"Epigenetics and male fertility – not all sperm are created equal"
What is epigenetics and why is it important for reproduction?
Epigenetics relates to changes in gene expression which are not caused by changes in gene sequence. Epigenetic regulation can involve several mechanisms, the most studied being modification of histone residues and methylation of cytosine nucleotides. DNA methylation is extremely important for a process called genetic imprinting which takes place in placental mammals. Imprinted genes are biallelic genes which, due to the epigenetic inactivation of one of the copies either in the sperm or the oocytes, are expressed only through the maternal or the paternal allele. After fertilization, the embryo undergoes a genome wide wave of demethylation which erases most of the epigenetic marks inherited from the gametes, but does not affect imprinted genes. These marks are usually maintained in the somatic lineages of the offspring. In the germline, however, these imprints must be reprogrammed, therefore primordial germ cells undergo a second genome wide wave of demethylation (now including imprinted genes), followed by de novo methylation.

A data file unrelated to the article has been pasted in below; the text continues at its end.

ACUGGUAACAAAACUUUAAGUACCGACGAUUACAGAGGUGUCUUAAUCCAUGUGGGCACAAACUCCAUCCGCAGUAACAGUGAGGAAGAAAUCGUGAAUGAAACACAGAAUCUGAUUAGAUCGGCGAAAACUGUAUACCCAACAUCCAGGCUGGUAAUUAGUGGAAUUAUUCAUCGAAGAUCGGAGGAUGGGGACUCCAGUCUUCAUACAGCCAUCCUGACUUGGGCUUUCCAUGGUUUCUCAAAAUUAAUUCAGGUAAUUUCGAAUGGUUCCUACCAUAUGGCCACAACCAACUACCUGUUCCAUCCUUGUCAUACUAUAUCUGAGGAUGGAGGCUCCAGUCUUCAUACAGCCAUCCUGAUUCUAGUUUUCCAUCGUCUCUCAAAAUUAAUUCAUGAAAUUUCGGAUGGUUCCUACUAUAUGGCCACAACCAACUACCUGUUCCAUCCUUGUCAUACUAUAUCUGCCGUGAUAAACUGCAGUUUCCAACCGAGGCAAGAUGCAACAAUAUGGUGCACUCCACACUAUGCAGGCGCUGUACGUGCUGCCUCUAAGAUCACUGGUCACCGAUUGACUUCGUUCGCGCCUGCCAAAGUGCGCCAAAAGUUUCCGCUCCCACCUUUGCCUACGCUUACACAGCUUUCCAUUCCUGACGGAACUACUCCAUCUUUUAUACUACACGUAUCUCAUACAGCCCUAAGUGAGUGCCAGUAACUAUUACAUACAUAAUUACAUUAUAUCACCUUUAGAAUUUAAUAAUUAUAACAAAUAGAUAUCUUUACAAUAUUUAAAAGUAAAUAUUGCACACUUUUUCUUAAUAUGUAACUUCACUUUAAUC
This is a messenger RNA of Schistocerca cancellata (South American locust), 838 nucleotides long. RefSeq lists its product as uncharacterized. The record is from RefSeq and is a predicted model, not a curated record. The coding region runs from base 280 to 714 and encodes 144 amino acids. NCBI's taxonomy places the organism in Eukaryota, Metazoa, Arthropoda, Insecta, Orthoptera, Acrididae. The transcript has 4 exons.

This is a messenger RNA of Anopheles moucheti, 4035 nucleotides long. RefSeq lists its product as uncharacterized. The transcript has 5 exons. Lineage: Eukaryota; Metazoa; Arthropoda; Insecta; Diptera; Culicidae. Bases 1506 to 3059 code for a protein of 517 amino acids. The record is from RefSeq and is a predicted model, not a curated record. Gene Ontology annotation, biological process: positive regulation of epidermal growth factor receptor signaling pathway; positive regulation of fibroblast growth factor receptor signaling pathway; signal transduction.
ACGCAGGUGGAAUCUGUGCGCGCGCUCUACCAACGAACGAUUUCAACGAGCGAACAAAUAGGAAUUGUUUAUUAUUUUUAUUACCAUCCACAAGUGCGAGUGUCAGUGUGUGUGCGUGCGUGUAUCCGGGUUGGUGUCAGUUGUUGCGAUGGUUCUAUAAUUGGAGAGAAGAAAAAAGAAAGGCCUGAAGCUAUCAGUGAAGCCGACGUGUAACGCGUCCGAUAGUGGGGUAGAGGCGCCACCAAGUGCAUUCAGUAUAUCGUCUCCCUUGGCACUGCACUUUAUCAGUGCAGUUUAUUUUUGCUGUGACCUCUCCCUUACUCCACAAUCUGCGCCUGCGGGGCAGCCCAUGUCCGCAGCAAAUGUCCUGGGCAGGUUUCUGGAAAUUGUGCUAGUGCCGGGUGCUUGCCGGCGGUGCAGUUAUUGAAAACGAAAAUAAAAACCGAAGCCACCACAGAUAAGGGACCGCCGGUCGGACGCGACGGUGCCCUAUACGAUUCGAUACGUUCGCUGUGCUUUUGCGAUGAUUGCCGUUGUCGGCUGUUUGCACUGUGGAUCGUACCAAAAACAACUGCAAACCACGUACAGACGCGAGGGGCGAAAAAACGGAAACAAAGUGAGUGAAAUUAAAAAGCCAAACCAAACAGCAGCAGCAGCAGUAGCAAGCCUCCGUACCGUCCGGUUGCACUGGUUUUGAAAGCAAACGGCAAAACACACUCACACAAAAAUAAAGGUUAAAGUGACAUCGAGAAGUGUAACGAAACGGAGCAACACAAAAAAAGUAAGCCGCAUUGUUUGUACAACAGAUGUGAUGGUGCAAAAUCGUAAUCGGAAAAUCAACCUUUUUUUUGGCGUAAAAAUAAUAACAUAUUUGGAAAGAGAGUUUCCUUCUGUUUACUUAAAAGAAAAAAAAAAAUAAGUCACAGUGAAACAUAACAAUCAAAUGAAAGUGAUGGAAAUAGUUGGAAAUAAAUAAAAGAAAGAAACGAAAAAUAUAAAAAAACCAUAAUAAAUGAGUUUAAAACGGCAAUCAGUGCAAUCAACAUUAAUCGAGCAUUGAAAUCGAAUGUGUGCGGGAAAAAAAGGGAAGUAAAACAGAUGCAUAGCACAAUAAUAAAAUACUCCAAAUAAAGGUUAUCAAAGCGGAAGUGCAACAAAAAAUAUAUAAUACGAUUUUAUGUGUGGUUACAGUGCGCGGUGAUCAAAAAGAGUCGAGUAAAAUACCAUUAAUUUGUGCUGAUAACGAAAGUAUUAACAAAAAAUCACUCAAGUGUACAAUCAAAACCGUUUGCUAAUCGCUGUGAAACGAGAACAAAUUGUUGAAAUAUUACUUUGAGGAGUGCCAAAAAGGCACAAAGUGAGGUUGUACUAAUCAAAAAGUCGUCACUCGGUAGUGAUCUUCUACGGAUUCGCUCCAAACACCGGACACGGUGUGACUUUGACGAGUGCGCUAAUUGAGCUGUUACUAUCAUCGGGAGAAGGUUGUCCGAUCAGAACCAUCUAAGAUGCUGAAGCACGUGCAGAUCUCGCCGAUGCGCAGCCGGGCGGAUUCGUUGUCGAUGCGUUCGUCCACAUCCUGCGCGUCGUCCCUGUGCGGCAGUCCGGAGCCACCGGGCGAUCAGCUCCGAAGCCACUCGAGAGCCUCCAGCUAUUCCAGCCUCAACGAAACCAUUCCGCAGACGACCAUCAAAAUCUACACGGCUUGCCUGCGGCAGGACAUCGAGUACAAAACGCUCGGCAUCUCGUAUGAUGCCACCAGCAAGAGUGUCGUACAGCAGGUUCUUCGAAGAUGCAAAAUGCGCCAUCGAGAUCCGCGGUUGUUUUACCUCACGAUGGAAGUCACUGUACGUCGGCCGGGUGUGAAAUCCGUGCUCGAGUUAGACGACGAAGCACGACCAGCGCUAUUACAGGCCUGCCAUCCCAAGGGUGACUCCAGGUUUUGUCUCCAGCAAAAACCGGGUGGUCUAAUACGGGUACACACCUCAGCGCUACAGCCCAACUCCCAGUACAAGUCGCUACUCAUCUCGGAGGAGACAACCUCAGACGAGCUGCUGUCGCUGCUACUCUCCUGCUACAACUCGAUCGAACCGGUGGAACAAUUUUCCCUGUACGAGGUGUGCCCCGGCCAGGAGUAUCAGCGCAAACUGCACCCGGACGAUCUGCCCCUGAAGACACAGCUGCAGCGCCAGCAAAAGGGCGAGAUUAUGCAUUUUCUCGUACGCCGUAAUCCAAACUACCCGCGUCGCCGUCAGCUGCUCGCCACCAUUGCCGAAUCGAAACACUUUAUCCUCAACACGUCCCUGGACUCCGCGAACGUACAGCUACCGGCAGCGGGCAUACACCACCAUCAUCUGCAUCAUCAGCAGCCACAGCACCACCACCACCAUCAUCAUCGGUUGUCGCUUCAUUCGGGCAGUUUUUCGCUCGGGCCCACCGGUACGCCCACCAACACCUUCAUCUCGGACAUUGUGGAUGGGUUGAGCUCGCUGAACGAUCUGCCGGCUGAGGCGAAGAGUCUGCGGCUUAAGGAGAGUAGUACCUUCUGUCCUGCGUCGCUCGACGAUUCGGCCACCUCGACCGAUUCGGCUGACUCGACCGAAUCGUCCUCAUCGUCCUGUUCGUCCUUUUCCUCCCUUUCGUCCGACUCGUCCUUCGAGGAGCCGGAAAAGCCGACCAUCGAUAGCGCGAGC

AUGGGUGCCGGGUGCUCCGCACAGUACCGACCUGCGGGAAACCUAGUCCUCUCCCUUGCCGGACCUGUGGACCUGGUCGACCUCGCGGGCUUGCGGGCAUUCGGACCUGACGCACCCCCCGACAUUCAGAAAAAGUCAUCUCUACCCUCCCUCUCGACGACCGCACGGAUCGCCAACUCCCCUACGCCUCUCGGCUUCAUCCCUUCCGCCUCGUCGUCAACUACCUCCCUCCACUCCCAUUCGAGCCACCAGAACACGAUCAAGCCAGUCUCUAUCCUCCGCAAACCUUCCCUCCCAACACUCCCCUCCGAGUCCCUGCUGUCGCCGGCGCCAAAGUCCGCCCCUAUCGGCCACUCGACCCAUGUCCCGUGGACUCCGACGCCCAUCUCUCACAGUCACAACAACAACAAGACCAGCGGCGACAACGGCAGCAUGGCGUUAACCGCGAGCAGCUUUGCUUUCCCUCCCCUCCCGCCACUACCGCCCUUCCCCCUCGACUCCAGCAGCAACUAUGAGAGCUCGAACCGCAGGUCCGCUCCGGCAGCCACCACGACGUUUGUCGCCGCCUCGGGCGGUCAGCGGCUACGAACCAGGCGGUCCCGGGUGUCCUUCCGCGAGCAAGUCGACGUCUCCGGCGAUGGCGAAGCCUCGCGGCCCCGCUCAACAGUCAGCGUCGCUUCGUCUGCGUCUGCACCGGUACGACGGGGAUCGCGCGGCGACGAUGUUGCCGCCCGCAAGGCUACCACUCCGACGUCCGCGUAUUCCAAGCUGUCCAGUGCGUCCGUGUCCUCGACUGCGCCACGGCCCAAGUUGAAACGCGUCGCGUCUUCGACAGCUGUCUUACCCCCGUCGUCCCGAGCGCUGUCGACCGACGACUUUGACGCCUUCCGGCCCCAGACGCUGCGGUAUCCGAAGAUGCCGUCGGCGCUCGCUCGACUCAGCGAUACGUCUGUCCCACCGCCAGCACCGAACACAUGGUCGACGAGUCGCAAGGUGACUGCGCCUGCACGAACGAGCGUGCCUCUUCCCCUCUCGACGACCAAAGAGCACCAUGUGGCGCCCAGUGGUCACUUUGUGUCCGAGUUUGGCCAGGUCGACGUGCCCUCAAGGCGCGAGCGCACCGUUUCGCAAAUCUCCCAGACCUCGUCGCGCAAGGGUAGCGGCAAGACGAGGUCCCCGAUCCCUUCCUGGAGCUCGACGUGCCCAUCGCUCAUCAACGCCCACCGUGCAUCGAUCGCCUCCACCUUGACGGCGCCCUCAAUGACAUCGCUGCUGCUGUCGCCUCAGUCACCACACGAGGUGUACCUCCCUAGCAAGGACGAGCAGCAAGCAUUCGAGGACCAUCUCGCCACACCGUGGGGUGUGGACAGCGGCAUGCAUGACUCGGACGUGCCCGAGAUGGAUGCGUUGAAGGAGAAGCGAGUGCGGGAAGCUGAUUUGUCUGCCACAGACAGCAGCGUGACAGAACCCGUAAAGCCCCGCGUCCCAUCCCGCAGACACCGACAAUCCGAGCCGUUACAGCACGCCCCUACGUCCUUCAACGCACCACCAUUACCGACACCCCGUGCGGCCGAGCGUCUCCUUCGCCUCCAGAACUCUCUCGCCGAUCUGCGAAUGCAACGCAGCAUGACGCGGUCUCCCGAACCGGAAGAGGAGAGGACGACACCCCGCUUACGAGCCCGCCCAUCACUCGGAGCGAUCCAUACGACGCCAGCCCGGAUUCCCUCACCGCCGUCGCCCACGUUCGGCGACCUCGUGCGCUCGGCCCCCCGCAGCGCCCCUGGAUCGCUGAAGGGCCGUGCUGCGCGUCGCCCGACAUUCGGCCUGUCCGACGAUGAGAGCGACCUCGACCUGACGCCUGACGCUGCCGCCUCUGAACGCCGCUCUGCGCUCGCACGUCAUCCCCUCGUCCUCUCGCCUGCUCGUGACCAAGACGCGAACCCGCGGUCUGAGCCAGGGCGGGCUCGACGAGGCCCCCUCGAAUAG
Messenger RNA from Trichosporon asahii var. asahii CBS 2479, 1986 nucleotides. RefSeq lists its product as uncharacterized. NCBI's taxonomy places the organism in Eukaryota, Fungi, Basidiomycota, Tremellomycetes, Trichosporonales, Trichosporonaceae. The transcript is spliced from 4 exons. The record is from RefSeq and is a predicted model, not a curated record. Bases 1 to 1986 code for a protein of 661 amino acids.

In recent years, several studies have indicated a possible link between epigenetic factors in sperm and male infertility. Some studies have suggested a higher prevalence of imprinting disorders in children born after assisted reproductive techniques (ART). Aberrant imprinting in sperm DNA has been associated with abnormal sperm parameters (including reduced sperm count and morphological abnormalities), increased rates of stillbirths and spontaneous abortions, and the levels of DNA methylation in sperm have been suggested to predict ART outcome.
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